Management buy out

Management buy outs (MBO) involves selling your business and its assets to your team. If you don't have family members to pass your business onto or your business is too small to attract a external potential buyers, and you have a strong management team, an MBO could be the perfect fit.

Much like family succession, an MBO allows you to pass your business to people you know and trust—individuals who have knowledge of the business and can preserve your legacy, your people and its brand identity. This can make negotiating the business's value easier and offers a smoother transition.


Timing and planning

All business disposals and succession planning are different, and it is important that all your options are considered so that you fully understand the implications not only from a tax perspective but a commercial and emotional perspective as well. So, our advice is to seek professional advice as early as possible, don’t try and handle the succession planning all by yourself and look at all the options open to you to pass your business onto a new generation.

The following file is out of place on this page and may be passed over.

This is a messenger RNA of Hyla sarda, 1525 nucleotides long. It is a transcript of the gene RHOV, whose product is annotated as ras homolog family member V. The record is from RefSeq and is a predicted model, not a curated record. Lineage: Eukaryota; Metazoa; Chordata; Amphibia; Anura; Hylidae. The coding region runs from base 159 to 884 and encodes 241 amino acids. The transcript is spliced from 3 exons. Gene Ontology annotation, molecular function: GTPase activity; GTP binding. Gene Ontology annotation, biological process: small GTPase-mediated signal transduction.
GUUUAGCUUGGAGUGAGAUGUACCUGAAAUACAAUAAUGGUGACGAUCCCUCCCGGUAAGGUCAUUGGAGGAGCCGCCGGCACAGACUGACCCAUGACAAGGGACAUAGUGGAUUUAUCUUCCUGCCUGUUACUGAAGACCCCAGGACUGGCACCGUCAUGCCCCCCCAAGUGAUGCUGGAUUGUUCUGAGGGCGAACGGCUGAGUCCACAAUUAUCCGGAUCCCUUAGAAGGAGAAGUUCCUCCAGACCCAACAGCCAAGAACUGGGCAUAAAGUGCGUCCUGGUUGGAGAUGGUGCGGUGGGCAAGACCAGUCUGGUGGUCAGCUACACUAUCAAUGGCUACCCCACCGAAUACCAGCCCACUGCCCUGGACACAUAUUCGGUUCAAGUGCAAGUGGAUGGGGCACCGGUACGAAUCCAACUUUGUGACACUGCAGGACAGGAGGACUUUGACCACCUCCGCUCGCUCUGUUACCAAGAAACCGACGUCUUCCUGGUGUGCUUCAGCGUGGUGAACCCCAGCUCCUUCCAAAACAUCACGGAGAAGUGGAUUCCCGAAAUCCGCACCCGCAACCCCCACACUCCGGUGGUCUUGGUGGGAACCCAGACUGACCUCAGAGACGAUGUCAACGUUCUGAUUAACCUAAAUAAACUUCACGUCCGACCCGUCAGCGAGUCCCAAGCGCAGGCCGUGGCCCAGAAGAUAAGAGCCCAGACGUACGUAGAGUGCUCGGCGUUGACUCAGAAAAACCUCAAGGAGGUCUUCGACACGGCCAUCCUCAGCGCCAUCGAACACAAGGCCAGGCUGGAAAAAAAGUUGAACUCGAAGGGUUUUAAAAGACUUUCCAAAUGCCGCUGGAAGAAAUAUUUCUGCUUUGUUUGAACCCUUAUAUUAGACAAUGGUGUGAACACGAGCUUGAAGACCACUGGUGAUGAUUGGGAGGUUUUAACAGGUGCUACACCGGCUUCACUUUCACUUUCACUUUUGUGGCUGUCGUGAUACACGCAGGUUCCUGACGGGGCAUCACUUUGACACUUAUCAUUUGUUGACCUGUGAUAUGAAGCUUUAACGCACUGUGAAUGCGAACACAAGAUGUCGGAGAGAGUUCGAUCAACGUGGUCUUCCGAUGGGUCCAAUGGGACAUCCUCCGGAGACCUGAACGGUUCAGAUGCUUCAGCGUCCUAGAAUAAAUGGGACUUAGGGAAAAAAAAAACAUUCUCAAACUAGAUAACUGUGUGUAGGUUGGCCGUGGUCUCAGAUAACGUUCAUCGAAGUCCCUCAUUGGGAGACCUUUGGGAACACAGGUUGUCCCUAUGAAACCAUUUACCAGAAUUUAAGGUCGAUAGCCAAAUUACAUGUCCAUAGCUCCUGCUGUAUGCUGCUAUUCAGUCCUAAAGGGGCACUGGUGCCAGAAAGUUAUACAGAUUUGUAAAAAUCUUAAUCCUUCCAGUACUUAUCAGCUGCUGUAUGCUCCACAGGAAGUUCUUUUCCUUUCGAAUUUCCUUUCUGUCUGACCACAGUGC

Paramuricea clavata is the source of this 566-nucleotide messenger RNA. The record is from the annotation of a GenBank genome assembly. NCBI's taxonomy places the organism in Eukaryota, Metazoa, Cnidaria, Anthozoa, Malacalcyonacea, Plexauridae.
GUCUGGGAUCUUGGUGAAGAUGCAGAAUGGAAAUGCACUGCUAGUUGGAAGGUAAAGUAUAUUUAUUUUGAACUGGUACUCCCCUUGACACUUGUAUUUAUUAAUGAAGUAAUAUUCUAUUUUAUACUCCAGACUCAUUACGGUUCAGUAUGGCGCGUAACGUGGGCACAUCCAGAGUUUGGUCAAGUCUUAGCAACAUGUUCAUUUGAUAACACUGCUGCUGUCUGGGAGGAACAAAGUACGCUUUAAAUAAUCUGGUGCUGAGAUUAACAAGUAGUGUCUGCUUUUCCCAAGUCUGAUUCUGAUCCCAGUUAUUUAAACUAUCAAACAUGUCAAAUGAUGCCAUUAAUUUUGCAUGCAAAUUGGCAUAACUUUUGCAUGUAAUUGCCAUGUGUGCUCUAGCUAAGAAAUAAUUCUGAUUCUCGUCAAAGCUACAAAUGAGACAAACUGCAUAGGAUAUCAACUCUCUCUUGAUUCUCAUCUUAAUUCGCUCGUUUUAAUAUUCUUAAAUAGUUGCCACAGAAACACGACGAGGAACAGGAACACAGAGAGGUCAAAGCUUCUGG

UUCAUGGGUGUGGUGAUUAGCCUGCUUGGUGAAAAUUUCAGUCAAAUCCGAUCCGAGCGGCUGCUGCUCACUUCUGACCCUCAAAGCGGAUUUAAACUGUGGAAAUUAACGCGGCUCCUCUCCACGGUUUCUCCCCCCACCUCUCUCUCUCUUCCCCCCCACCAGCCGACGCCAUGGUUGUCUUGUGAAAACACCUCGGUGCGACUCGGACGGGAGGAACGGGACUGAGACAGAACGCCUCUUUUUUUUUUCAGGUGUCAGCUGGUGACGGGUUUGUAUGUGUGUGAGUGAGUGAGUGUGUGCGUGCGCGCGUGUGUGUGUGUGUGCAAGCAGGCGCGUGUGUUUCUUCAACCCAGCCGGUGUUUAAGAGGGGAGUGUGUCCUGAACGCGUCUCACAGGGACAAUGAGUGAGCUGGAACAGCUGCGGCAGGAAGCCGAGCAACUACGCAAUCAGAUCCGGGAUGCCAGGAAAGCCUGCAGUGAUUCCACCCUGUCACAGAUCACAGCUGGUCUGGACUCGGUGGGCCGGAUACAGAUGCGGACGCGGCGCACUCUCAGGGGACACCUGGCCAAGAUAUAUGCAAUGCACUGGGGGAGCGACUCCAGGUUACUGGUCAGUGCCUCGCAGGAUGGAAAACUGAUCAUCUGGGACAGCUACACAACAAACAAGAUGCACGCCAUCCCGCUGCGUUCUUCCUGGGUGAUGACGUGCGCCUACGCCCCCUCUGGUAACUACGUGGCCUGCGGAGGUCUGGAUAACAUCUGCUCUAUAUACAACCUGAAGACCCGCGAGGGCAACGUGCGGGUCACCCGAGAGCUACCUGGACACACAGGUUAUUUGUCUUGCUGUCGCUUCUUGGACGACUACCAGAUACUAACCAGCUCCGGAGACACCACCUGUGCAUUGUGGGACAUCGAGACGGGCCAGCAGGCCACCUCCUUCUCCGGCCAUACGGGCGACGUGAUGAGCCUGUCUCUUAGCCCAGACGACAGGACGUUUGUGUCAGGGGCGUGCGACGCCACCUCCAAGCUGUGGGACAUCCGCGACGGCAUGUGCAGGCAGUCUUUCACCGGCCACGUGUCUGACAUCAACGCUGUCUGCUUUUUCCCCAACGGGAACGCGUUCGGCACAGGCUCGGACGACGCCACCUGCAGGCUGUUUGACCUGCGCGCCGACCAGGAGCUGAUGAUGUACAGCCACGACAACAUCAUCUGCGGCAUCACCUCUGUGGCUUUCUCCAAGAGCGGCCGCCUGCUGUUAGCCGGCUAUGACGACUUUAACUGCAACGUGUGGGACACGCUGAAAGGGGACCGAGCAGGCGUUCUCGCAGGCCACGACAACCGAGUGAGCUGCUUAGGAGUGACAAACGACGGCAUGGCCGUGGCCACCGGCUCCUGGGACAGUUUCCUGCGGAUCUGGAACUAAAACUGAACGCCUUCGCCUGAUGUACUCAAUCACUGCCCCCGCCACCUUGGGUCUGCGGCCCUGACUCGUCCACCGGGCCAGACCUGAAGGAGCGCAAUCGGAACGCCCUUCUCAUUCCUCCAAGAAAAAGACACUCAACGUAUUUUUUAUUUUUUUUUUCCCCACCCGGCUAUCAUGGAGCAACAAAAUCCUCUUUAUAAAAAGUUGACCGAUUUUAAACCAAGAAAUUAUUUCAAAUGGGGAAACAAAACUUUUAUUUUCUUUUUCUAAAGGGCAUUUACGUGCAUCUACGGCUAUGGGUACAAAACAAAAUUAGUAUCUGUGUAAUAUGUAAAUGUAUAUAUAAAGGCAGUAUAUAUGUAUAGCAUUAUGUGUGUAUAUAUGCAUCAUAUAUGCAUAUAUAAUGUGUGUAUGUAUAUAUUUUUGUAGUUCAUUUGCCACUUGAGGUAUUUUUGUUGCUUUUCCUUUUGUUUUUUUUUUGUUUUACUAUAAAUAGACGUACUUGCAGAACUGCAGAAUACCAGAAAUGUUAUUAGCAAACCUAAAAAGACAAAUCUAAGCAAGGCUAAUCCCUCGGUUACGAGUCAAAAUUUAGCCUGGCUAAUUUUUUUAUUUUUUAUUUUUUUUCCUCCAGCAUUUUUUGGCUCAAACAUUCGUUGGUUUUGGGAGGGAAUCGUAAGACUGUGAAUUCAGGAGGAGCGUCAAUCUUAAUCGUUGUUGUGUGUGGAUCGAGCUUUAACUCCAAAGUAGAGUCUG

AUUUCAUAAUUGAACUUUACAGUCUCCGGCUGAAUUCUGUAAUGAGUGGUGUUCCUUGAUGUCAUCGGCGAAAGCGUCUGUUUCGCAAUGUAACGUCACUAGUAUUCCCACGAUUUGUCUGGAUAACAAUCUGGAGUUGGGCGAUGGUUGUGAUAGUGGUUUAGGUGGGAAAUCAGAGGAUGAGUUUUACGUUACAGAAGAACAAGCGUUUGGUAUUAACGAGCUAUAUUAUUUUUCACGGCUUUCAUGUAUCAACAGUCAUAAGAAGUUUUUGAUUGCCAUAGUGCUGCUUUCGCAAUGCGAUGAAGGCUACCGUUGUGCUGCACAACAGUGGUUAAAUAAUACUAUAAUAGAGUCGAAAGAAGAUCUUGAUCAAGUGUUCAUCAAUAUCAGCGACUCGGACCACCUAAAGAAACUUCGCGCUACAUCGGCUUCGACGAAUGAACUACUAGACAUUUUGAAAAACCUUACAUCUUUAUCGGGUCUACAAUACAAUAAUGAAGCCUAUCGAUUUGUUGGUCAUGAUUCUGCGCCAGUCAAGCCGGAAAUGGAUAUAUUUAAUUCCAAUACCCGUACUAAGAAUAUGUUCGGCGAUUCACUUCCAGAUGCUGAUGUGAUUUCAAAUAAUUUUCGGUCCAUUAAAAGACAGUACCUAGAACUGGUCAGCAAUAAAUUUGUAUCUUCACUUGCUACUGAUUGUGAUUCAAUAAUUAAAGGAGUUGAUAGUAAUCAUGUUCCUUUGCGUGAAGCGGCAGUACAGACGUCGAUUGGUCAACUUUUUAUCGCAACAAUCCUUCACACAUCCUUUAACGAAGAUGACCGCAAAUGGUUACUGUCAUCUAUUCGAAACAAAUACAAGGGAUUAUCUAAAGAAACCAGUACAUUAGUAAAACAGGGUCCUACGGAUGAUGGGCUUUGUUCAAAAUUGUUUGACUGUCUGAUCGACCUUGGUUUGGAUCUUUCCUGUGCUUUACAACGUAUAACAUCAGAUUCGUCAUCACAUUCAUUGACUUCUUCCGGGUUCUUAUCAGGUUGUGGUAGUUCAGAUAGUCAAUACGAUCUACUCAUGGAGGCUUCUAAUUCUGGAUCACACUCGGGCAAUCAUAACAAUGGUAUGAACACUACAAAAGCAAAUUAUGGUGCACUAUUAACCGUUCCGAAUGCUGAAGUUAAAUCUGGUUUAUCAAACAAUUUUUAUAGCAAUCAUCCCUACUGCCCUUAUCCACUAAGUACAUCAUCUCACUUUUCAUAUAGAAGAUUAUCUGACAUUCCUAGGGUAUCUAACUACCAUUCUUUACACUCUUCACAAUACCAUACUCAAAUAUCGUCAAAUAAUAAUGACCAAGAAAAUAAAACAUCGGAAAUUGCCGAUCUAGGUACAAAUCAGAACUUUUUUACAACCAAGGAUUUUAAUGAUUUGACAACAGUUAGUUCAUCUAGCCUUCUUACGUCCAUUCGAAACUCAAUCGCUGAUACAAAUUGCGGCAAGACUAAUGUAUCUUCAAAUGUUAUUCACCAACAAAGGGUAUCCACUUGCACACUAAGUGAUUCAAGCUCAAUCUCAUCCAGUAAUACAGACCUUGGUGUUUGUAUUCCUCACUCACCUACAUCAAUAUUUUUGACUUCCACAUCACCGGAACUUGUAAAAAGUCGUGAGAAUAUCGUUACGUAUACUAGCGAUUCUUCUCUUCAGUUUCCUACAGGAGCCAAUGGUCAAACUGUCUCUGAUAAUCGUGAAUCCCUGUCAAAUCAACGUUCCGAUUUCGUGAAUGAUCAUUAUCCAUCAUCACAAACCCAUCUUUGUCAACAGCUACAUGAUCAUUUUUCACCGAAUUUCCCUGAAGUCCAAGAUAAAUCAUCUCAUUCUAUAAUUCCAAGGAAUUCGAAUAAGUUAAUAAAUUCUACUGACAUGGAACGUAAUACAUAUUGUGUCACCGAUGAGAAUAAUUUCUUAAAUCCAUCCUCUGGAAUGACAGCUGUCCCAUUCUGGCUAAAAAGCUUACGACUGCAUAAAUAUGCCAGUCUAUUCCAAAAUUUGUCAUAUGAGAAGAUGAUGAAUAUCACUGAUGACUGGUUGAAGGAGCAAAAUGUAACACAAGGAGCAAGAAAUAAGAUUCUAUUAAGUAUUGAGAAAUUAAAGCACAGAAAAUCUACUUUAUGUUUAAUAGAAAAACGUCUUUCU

If you want to plan and exit your business more gradually, then advanced planning is needed. We’d encourage business owners to plan a minimum of two years in advance of their succession or ultimate exit. That way, not only does it give you the option to use the most tax efficient methods to exit but it also prepares you and your successors for the different stages of your exit. You must always consider wider planning that’s needed to take into account things such as your retirement plans, commercial objectives, overall business valuation, future stability and managing family relationships before your retire from the business.


How can Haines Watts help with succession planning?

Choosing your exit route involves various factors, and it's crucial understand your objectives and intentions for your retirement before committing to your final exit strategy.

Having the right advisor by your side will help you see the bigger picture. Working closely alongside you, they can provide guidance on the best course of action to build a successful retirement strategy.

Contact us at our offices in at our offices in Chester, Wirral or Liverpool for more help and advice on succession planning.